The 2017 Shari Prestemon Social Justice Interns have graciously agreed to share their experiences with all of us. From time to time, we’ll be posting ‘journal entries’ from Naiomi Gonzalez and Katy Morton. Below is one of these entries.
No Lone Wolves. The Importance and Necessity of Community.
In my academic studies, one term that I particularly dislike but hear over and over again is the term, “Lone wolf terrorism.” Lone wolf terrorism refers to individuals who commit acts of political violence without having any obvious ties or relationship to established terrorist groups. The problem with this phrase is that its disproportionate focus on the individual ignores the larger ramifications of political violence and the ways in which society at large often fosters an environment where individuals feel as if terrorism is an appropriate way to respond to their frustrations with society.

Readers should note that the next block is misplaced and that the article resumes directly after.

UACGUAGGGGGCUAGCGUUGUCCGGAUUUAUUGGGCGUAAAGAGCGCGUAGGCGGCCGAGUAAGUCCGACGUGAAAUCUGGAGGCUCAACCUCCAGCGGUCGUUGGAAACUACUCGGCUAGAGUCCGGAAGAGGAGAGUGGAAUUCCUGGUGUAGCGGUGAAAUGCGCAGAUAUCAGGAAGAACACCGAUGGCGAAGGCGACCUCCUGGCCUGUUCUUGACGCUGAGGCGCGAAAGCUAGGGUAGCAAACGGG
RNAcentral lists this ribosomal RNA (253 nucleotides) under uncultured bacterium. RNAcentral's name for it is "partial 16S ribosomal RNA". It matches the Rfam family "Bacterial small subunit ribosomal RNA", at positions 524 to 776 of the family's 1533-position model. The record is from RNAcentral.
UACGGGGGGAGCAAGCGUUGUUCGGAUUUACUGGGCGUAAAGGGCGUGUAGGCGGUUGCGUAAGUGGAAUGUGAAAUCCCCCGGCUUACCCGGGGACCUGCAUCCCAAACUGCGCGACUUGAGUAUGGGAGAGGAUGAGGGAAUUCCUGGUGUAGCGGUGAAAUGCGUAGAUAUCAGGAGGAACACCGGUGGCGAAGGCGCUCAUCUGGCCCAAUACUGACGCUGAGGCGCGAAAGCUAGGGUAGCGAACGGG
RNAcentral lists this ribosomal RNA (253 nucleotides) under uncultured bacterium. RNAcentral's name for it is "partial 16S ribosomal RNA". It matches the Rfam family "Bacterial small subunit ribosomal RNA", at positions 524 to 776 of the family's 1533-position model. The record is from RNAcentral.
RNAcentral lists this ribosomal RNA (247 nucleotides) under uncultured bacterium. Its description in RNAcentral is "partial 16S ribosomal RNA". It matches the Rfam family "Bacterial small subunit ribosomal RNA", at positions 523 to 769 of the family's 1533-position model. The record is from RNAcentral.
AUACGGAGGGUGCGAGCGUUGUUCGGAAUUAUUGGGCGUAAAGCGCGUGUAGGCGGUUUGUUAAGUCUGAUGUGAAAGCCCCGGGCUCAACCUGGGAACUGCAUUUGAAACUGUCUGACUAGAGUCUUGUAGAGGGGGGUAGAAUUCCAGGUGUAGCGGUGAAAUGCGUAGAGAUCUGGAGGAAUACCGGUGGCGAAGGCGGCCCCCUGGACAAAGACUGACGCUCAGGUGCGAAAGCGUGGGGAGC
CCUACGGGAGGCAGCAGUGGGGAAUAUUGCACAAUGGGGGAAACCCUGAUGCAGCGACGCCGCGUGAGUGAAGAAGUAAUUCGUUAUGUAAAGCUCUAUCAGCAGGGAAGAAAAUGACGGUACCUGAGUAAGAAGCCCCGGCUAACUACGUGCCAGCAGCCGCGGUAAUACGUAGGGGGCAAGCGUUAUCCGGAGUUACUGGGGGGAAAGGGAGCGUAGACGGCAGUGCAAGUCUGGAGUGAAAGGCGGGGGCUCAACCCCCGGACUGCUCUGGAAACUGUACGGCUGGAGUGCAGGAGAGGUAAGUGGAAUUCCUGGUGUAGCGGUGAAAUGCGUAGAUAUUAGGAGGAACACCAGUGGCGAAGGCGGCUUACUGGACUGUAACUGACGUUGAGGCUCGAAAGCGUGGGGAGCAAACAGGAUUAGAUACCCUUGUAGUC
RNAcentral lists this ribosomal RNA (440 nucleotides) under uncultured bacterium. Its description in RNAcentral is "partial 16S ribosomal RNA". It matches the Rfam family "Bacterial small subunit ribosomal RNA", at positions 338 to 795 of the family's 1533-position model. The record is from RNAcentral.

In a similar vein, when it comes to issues of poverty and homelessness, terms and phrases such as “personal responsibility” and “picking oneself up by one’s bootstraps” are often thrown about. Poverty and homelessness are portrayed as individual problems with individual solutions. “If only that person could quite gambling.” Or “If only that person made better choices then they wouldn’t be poor.” Of course, in many cases personal responsibility does play a role in causing and alleviating poverty and homelessness. Even though I grew up in poverty – living in public housings, with my family relying on Social Security and Medicaid to make ends meet – I still find myself wondering how other people in similar situations can make what I believe to be bad decisions. I absolutely believe in empowering individuals to make it out of poverty and in fostering better decision making; but poverty and homelessness are not simply a matter of poor individual decision making or individual free will. The systematic nature of poverty and homelessness matters because dealing with these issues requires a concentrated effort by numerous people and organizations. Working at Back Bay Mission has opened my eyes to how poverty and homelessness are issues that affect not only individuals but whole communities and dealing with those issues adequately requires a community response.